Nor is this news. In the 2008 debate concerning the demise of the Scorpions the then Deputy Minister of Justice, Johnny de Lange, described the system as “dysfunctional”. That ought to be a good reason to move the anti-corruption body out of SAPS, but that is not what was decided at Polokwane, nor does it suit those nervous persons whose snouts are in the corruption trough.
In this milieu, the select committee is being asked by the executive to kindly rubber stamp an arrangement which tinkers cosmetically with the current Hawks set up in a politically misguided and legally unsound effort to comply with a judgment that makes it crystal clear that what is needed to comply with the Constitution is an effective and sufficiently independent body to deal with the phenomenon of corruption.
Part of the problem is that the executive is approaching the issues as if corruption is just another manifestation of crime and merely a police matter. In SA today, corruption is much more than that. It is an endemic disease, a way of life for far too many people in both high and low places and the way of doing business, especially business with government. The description of bribes as “commissions” or “facilitation fees” or “necessary expenses” among the business community may be euphemistic. It is not a way of addressing the problems which rampant corruption poses to the very fabric of society. Unhindered corruption will surely lead to failed state status, as seen in Zimbabwe.
The Public Protector has spoken of a “tipping point” being reached in SA insofar as corruption is concerned. She advocates the strengthening of public accountability, the reinforcing of transparency (especially via investigative journalism and wider media coverage of corrupt activities) and tackling the culture of impunity as the strategies for dealing with the cancer of corruption.
The Council for the Advancement of the South African Constitution (CASAC) and Ifaisa have submitted to the committee that the anti-corruption entity that is created by the new legislation should include preventative and educative elements in addition to the usual police type work of combating and investigating the crime that corruption indubitably is. Sara Gon of the Helen Suzman Foundation argued persuasively that the location of the Hawks in the police cannot be constitutionally compliant, certainly not while the control and management of the police resides with the National Commissioner. Steven Budlender, representing three NGOs, conceded under questioning by the committee that it is not legally impossible to locate the Hawks in SAPS but pointed out that it will be very difficult to do so.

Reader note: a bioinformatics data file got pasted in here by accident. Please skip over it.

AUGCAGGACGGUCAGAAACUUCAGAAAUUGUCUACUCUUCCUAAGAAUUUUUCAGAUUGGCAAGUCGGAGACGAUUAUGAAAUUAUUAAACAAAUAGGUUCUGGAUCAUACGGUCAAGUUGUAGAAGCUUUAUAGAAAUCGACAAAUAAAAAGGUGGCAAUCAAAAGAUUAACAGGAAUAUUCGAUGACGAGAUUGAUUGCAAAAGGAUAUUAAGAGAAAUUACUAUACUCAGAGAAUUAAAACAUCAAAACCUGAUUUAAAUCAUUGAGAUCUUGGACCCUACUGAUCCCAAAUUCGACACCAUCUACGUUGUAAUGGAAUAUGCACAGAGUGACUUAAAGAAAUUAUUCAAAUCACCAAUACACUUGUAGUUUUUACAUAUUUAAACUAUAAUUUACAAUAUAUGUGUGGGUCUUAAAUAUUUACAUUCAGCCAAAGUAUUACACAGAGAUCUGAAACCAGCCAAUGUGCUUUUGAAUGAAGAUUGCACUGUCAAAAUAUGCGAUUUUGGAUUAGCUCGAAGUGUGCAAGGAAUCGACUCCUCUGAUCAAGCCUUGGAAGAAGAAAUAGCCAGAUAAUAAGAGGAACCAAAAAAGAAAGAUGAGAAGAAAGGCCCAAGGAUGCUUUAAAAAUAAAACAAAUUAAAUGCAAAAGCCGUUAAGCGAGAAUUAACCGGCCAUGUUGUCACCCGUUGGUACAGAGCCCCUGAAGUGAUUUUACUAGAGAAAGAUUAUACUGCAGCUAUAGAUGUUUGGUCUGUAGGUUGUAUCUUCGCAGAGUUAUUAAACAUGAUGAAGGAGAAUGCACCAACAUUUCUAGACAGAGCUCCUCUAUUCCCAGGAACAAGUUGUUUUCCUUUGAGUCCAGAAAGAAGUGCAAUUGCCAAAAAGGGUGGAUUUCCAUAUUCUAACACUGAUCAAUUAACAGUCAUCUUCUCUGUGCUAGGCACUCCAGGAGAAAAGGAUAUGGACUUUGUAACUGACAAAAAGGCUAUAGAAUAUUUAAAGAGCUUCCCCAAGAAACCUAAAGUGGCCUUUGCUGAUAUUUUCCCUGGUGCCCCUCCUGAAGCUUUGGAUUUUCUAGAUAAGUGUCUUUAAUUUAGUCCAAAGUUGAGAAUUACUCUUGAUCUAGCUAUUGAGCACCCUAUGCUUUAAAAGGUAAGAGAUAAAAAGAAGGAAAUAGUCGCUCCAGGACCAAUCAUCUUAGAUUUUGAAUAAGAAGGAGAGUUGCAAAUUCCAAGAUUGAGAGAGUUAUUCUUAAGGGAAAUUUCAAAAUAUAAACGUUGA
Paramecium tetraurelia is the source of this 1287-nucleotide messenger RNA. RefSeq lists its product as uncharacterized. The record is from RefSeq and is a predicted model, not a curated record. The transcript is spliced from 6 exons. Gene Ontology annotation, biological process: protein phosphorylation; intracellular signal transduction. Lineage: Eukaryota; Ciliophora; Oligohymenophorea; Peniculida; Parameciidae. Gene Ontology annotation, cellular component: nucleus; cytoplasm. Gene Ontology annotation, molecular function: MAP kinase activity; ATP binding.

The major part of this difficulty would appear to be that the executive is very comfortable with the Minister setting police policy and the National Commissioner taking control and management responsibility as a political appointee. While this is so, Gon is in practical terms right in her submission: Hawks answerable to the National Commissioner, the accounting officer of SAPS, can not and will not pass constitutional muster because of the structural and operational opportunities for political interference and influence that are inherent in the system as it is and as it will remain after the tweaking envisaged in the Bill by the executive.
At Mangaung, Luthuli House wants to tick the box next to the Polokwane resolution that gave birth to the Hawks. It would be far better if ANC branches embrace the essentially African notion of an Anti-Corruption Commission. Whether they are able do so in the prevailing circumstances remains to be seen.
Paul Hoffman SC (lead counsel for Hugh Glenister)
27th April 2012